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A miserable season for Temple football couldn’t have ended soon enough | Marc Narducci

The Owls end this injury and COVID-plagued season 1-6.

Temple running back Tayvon Ruley carries the ball against East Carolina on Nov. 21.
Temple running back Tayvon Ruley carries the ball against East Carolina on Nov. 21.Read moreTIM TAI / Staff Photographer

Temple received the best Thanksgiving present a day before the holiday.

On Wednesday, the American Athletic Conference announced that Temple’s season finale against Cincinnati at Lincoln Financial Field, which was scheduled for Saturday had been canceled and would not be made up.

The game was canceled because of positive COVID-19 cases and the ensuing contact tracing of athletes at both schools, according to the conference.

Finally, this charade of a season had ended.

In the week leading up to last Saturday’s 28-3 loss to visiting East Carolina University, Temple coach Rod Carey had said he wouldn’t have played the previous three games if it were up to him.

It wasn’t.

The AAC has a medical advisory group, that consists of a medical professional from each of the member schools. When determining whether to play a game, the group considers only COVID-related issues and does not get involved with injuries, suspensions, players opting out, etc.

In the future, all factors should be considered.

Wanna bet Carey also wouldn’t have played last week against ECU, when he had to start redshirt freshman walk-on Kamal Gray, the fifth-stringer, at quarterback?

And his backup was wide receiver Branden Mack, who later in the game became the sixth player to take snaps at quarterback.

» READ MORE: Vanderbilt K Sarah Fuller becomes first woman to play for Power 5 college football team

Temple has been a wreck because of injuries and players in COVID-19 protocol. Only five players were able to start all seven games this year, and Mack, who suffered an injured thumb against ECU, wouldn’t have made it to an eighth.

If Temple had played Cincinnati, the busiest person would likely have been the team trainer, plus the scoreboard operator.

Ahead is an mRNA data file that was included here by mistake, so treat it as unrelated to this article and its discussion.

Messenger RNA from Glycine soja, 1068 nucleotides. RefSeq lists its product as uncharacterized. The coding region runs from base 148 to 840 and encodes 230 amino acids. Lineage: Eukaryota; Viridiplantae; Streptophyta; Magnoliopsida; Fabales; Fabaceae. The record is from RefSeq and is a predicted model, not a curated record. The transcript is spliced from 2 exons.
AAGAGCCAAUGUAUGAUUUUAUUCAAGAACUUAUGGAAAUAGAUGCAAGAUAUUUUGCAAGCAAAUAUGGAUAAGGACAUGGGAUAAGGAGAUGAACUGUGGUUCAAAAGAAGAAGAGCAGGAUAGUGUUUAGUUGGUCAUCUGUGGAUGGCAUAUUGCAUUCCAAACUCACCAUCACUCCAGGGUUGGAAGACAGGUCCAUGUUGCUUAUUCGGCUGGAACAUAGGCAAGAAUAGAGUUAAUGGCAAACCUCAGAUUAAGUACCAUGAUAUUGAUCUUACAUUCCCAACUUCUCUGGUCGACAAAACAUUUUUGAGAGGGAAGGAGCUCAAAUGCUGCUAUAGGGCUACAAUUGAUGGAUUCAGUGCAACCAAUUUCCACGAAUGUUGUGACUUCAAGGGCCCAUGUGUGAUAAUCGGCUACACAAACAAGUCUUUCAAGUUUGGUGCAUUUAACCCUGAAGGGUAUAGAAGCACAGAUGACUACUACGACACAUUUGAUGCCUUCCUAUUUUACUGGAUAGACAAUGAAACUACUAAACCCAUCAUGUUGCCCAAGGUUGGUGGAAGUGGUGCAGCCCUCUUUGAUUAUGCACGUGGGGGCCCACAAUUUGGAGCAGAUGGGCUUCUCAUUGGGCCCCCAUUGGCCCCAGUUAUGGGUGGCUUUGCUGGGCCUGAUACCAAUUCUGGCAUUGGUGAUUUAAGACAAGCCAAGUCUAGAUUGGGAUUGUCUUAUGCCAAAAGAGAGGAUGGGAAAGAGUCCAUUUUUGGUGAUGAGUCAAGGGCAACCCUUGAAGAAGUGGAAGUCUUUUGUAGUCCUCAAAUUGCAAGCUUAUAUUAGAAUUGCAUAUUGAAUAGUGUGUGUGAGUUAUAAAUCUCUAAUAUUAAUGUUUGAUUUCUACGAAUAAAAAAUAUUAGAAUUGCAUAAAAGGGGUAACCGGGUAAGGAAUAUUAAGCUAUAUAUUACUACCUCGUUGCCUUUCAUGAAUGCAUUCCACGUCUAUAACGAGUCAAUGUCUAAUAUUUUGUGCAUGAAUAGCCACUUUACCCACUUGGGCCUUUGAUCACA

Temple finished its season 1-6 overall and in the AAC. No. 7 Cincinnati is 8-0, 6-0 and still has visions of earning a berth in the College Football Playoff. That’s quite an achievement just to be in contention for a Group of 5 team.

The Bearcats lead the AAC in scoring defense, allowing 15 points per game. How many times do you think this depleted Temple offense would have crossed midfield?

Regardless of the score, and it wouldn’t have been pretty, it was becoming dangerous for Temple to field a team with many more reserves than starters.

Temple ended the season losing its final five games. Throughout the losing streak, the Owls showed some initial grit, but they eventually wore down.

Need more evidence?

In those games, Temple was outscored in the second half, by a total of 130-34.

» READ MORE: Temple-Cincinnati football game canceled due to COVID-19 cases at both schools

“I’m really proud of our team and this staff for all the work they put in to be ready to play each week,” Carey said as part of a statement released by the school. “Our record is not indicative of how tough and relentless this group of young men are.”

That is true.

But a team is what its record is, and the Owls weren’t a good team.

The injuries and rising list of players in COVID protocol never game them a chance. Yet the games kept being scheduled.

And with each passing week, the Owls looked like a group trying to put out a 10-alarm fire with a squirt bottle.

What was gained by this season?

The team did stick together. As Carey said, the players played hard. But it was getting painful to watch such an outmanned team each week.

What’s worse, last week the Owls had a player who showed COVID symptoms before the ECU game. The player went back to the school to get tested and had a positive result.

The game was not canceled but delayed 50 minutes, while that player and four others were declared out because of COVID-19 protocols as part of contact tracing.

Four of the five players were starters. ECU, a team that entered the game 1-6, looked like the Pittsburgh Steelers against Temple.

Other than the players’ courage and determination to keep fighting, there was little redeeming value to this season. Finally when the Cincinnati game was canceled, there was a tremendous sense of relief.

This torture had gone on long enough.